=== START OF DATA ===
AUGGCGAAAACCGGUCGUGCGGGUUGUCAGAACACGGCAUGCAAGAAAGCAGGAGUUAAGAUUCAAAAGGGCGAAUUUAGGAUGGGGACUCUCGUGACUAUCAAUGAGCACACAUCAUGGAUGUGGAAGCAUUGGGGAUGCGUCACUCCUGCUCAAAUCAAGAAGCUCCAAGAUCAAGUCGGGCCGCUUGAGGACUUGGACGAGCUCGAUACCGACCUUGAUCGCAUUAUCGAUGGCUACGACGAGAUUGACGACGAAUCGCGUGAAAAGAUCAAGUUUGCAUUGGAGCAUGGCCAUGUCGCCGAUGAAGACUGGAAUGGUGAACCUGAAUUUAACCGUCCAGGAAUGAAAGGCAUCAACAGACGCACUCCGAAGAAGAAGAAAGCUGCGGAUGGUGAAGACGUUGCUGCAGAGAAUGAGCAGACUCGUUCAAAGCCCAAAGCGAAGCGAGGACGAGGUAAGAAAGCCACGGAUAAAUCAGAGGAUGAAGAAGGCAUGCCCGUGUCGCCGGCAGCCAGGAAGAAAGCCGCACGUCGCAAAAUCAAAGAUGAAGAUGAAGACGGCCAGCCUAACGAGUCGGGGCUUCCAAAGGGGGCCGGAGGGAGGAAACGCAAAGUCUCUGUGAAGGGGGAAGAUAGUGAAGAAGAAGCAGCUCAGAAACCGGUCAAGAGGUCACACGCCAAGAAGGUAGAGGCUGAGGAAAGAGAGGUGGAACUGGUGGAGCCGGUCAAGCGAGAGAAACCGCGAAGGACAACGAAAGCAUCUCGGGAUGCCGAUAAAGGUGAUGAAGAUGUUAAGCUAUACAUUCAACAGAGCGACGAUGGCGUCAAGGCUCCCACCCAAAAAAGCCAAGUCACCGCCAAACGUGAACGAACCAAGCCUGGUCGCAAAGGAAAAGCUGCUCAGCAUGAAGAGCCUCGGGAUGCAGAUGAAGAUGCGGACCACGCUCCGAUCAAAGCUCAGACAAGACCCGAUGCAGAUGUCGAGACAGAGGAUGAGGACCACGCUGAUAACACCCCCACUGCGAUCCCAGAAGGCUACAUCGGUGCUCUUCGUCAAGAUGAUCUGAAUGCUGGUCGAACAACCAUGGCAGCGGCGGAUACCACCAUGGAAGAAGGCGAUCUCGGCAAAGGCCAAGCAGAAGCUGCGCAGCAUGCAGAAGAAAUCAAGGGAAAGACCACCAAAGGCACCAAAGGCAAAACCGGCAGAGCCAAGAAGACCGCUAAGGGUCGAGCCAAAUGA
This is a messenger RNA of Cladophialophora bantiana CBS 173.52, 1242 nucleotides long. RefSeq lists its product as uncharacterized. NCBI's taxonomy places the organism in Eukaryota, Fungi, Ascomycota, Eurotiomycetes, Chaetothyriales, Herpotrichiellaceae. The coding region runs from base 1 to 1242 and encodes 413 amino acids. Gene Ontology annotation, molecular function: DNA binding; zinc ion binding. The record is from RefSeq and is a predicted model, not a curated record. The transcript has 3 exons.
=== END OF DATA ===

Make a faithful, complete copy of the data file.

AUGGCGAAAACCGGUCGUGCGGGUUGUCAGAACACGGCAUGCAAGAAAGCAGGAGUUAAGAUUCAAAAGGGCGAAUUUAGGAUGGGGACUCUCGUGACUAUCAAUGAGCACACAUCAUGGAUGUGGAAGCAUUGGGGAUGCGUCACUCCUGCUCAAAUCAAGAAGCUCCAAGAUCAAGUCGGGCCGCUUGAGGACUUGGACGAGCUCGAUACCGACCUUGAUCGCAUUAUCGAUGGCUACGACGAGAUUGACGACGAAUCGCGUGAAAAGAUCAAGUUUGCAUUGGAGCAUGGCCAUGUCGCCGAUGAAGACUGGAAUGGUGAACCUGAAUUUAACCGUCCAGGAAUGAAAGGCAUCAACAGACGCACUCCGAAGAAGAAGAAAGCUGCGGAUGGUGAAGACGUUGCUGCAGAGAAUGAGCAGACUCGUUCAAAGCCCAAAGCGAAGCGAGGACGAGGUAAGAAAGCCACGGAUAAAUCAGAGGAUGAAGAAGGCAUGCCCGUGUCGCCGGCAGCCAGGAAGAAAGCCGCACGUCGCAAAAUCAAAGAUGAAGAUGAAGACGGCCAGCCUAACGAGUCGGGGCUUCCAAAGGGGGCCGGAGGGAGGAAACGCAAAGUCUCUGUGAAGGGGGAAGAUAGUGAAGAAGAAGCAGCUCAGAAACCGGUCAAGAGGUCACACGCCAAGAAGGUAGAGGCUGAGGAAAGAGAGGUGGAACUGGUGGAGCCGGUCAAGCGAGAGAAACCGCGAAGGACAACGAAAGCAUCUCGGGAUGCCGAUAAAGGUGAUGAAGAUGUUAAGCUAUACAUUCAACAGAGCGACGAUGGCGUCAAGGCUCCCACCCAAAAAAGCCAAGUCACCGCCAAACGUGAACGAACCAAGCCUGGUCGCAAAGGAAAAGCUGCUCAGCAUGAAGAGCCUCGGGAUGCAGAUGAAGAUGCGGACCACGCUCCGAUCAAAGCUCAGACAAGACCCGAUGCAGAUGUCGAGACAGAGGAUGAGGACCACGCUGAUAACACCCCCACUGCGAUCCCAGAAGGCUACAUCGGUGCUCUUCGUCAAGAUGAUCUGAAUGCUGGUCGAACAACCAUGGCAGCGGCGGAUACCACCAUGGAAGAAGGCGAUCUCGGCAAAGGCCAAGCAGAAGCUGCGCAGCAUGCAGAAGAAAUCAAGGGAAAGACCACCAAAGGCACCAAAGGCAAAACCGGCAGAGCCAAGAAGACCGCUAAGGGUCGAGCCAAAUGA
This is a messenger RNA of Cladophialophora bantiana CBS 173.52, 1242 nucleotides long. RefSeq lists its product as uncharacterized. NCBI's taxonomy places the organism in Eukaryota, Fungi, Ascomycota, Eurotiomycetes, Chaetothyriales, Herpotrichiellaceae. The coding region runs from base 1 to 1242 and encodes 413 amino acids. Gene Ontology annotation, molecular function: DNA binding; zinc ion binding. The record is from RefSeq and is a predicted model, not a curated record. The transcript has 3 exons.